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Washington Still Fighting over Teaching Math
Oh my, my, my. Math is a big issue in Washington state. Somehow they have university professors, math teachers, parents, media professionals, TV meterologists, and even legislators to fight for math reform - back to the old ways.
Saxon Math is unfashionable in the educational bureaucracy. It is structured — even a bit rigid. One lesson leads to the next. Each ends with a list of problems, and all of them demand the right answer. It's so ... linear.
"That's what math is," says retired principal Niki Hayes. "It's linear. It's structured."
Imagine that, math is linear. Not anymore - it's been redefined:
The new-age math has several attributes. It tends to introduce topics in a roundabout way that aims for a eureka moment. That is the "discovery" part. It introduces many subjects early, focusing on concepts rather than calculation. That is the "constructivist" part. It sometimes wants the student to estimate an answer rather than find the right one. That is the "fuzzy" part. It demands written explanations of how an answer was arrived at, often in "math journals." That is the part parents find most baffling.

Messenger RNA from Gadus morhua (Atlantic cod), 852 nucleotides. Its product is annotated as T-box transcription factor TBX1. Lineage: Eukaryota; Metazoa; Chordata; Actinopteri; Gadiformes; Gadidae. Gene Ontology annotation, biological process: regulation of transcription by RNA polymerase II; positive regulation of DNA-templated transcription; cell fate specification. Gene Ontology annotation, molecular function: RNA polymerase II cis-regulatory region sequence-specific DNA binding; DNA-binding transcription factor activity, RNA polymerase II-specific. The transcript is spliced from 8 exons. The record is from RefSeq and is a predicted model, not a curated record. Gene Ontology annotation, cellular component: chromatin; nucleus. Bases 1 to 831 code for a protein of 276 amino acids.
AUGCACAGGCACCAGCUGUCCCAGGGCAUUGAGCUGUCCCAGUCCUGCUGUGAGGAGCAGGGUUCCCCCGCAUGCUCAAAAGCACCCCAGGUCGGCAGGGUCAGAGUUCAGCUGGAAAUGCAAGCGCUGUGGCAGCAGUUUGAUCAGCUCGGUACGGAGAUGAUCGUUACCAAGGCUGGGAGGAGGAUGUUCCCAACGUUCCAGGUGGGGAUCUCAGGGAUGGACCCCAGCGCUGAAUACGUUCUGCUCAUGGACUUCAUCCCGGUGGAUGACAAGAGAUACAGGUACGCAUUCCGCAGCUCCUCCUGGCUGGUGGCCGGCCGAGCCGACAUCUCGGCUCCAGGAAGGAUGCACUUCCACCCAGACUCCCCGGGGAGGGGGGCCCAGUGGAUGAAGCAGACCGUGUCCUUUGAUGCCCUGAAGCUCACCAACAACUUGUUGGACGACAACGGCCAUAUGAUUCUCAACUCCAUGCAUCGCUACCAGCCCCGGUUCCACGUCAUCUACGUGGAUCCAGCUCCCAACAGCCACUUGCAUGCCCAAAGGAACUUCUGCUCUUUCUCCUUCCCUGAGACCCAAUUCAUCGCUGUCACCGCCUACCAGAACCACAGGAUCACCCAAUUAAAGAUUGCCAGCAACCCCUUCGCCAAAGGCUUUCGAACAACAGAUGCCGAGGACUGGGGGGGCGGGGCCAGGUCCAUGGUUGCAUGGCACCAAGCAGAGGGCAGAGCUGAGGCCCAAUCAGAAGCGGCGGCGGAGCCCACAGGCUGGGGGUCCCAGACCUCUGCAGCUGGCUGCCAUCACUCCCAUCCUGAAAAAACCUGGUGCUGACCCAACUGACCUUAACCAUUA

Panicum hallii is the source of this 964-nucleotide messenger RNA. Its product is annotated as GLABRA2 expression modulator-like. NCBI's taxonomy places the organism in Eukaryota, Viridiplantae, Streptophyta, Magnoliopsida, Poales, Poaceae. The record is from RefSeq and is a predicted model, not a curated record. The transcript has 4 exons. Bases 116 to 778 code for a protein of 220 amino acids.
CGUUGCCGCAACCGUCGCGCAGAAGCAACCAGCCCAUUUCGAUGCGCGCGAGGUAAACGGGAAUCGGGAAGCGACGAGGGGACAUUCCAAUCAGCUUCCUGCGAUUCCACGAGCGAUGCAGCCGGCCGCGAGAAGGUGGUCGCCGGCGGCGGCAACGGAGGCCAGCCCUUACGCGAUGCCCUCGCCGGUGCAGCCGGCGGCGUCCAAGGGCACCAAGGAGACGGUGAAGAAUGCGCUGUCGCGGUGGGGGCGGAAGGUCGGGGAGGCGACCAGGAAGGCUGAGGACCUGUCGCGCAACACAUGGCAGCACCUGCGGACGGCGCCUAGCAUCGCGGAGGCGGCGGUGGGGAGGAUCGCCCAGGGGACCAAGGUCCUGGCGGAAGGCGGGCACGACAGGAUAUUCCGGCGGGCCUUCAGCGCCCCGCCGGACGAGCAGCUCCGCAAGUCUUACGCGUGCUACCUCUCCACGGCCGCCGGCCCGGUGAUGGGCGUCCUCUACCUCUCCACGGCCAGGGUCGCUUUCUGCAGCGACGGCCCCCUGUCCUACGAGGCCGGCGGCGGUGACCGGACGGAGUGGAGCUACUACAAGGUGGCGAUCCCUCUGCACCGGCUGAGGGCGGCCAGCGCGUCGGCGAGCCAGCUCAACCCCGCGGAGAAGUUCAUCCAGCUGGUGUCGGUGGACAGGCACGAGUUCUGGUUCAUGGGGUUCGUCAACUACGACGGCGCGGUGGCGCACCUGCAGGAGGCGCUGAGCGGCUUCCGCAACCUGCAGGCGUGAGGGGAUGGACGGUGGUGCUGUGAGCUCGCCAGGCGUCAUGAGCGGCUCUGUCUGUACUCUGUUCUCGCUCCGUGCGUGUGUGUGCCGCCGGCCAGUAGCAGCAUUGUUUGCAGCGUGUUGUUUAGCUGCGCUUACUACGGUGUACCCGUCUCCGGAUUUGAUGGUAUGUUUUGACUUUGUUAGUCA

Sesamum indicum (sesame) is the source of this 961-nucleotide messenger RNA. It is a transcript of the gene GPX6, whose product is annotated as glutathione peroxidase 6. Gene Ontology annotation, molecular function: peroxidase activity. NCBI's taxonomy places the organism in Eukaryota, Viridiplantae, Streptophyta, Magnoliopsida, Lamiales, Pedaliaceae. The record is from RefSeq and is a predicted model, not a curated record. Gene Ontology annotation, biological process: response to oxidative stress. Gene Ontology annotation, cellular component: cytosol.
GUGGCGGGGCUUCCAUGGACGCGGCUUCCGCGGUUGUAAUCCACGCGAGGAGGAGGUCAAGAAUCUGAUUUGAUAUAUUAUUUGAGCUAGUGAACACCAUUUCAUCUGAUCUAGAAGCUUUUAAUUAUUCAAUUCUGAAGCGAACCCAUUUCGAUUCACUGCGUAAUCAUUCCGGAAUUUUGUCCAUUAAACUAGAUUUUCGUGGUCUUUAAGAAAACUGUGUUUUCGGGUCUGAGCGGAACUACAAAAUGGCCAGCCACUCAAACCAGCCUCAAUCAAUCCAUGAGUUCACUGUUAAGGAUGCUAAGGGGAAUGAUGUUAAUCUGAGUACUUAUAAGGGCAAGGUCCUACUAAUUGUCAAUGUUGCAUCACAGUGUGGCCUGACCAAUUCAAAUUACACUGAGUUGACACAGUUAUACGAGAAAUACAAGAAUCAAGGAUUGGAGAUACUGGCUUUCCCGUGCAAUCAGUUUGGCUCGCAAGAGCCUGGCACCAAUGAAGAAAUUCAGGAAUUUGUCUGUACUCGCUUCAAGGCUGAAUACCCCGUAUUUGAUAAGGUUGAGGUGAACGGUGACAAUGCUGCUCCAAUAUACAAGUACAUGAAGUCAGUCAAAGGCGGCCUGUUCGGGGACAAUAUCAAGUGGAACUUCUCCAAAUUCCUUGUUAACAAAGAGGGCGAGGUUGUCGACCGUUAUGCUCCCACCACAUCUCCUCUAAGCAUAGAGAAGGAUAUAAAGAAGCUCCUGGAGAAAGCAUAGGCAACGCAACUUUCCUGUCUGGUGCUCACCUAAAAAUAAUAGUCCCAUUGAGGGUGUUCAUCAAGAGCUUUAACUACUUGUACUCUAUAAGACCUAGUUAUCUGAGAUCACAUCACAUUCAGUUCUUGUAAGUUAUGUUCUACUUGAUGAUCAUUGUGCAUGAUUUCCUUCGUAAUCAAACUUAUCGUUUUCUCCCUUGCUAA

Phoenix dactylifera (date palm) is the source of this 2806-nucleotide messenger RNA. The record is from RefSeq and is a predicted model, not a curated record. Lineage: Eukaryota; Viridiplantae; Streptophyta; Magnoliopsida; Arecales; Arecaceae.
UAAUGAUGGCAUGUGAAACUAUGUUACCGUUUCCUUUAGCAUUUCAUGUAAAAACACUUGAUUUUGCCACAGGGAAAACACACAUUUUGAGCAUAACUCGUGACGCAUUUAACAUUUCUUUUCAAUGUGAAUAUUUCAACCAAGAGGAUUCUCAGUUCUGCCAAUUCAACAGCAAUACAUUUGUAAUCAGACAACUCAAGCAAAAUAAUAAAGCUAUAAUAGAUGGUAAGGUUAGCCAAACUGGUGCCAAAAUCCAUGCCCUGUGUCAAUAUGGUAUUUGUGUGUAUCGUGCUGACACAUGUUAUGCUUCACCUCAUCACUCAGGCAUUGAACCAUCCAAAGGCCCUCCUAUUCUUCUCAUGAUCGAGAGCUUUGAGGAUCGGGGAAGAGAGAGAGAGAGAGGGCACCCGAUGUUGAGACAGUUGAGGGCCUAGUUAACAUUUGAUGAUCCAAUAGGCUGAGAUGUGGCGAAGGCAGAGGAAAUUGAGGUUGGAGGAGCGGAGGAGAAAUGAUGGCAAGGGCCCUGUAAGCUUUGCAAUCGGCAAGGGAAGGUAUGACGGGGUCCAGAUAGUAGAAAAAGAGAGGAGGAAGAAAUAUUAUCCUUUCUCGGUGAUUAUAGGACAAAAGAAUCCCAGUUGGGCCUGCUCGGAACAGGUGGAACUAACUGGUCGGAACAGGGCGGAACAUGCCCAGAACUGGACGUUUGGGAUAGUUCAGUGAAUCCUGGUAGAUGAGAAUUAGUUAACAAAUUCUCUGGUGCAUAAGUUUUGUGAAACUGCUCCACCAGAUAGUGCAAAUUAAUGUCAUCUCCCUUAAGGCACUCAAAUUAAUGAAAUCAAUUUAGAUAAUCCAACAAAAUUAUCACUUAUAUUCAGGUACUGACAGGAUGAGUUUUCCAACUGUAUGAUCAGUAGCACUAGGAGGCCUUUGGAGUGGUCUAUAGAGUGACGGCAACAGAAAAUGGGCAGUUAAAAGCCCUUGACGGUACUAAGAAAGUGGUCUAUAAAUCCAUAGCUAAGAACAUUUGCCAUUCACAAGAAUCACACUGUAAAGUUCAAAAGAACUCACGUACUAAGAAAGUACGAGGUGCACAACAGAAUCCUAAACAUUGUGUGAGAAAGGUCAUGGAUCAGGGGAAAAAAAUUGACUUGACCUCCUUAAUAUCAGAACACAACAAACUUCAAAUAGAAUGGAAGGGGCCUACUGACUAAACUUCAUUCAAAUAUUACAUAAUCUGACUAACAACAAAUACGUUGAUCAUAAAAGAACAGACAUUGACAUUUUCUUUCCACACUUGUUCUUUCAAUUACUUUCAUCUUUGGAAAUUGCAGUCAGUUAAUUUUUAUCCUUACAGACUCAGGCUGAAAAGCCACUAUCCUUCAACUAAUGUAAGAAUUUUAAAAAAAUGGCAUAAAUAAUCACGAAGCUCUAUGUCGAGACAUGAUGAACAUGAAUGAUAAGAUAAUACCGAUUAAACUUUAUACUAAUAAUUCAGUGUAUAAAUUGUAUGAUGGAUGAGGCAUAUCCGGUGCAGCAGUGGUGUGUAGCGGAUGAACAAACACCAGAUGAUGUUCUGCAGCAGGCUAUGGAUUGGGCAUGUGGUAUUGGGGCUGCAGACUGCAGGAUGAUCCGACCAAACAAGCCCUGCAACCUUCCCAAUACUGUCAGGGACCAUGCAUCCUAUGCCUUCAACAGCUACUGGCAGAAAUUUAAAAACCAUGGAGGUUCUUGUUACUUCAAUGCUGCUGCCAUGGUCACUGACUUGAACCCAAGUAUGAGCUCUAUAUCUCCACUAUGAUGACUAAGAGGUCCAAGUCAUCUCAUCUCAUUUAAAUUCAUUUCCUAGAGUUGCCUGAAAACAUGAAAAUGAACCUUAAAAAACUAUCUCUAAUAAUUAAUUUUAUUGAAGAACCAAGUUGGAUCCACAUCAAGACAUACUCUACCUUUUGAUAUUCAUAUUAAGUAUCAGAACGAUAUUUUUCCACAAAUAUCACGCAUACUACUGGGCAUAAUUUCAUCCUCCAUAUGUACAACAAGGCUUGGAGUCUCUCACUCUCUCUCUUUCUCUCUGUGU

New-age math uses games, colored blocks, dice, poker chips and other manipulatives. It requires working in groups. "The idea is that if you let them struggle and come up with their own solutions, they'll learn it better," McLaren says.
But some districts decided to go back to the old methods using other programs such as Saxton or Singapore math:
With Saxon Math, from 2001-04 North Beach's pass rate on the fourth-grade math WASL jumped from 68 percent to 91 percent. It has since fallen back 10 points, which Saxon supporters say was because students were not drilled on the need to explain answers on the WASL. They are worried that the district will take their program away. Using a phrase from "The Godfather," Principal Ed James says parents and teachers are "willing to go to the mattresses" for it.
In Seattle, associate academic officer Michelle Corker-Curry says Saxon is not in line with state standards — and she is right. It isn't.
And therein lies the rub. If you want to go back to traditional math lessons, then state tests need to be re-aligned. For instance, Oregon tests for how you came up with the answer, not that you got it right. So either Oregon needs to redo their math standards and tests, or allow for a different track that has traditional standards and testing in order to use traditional math curriculum.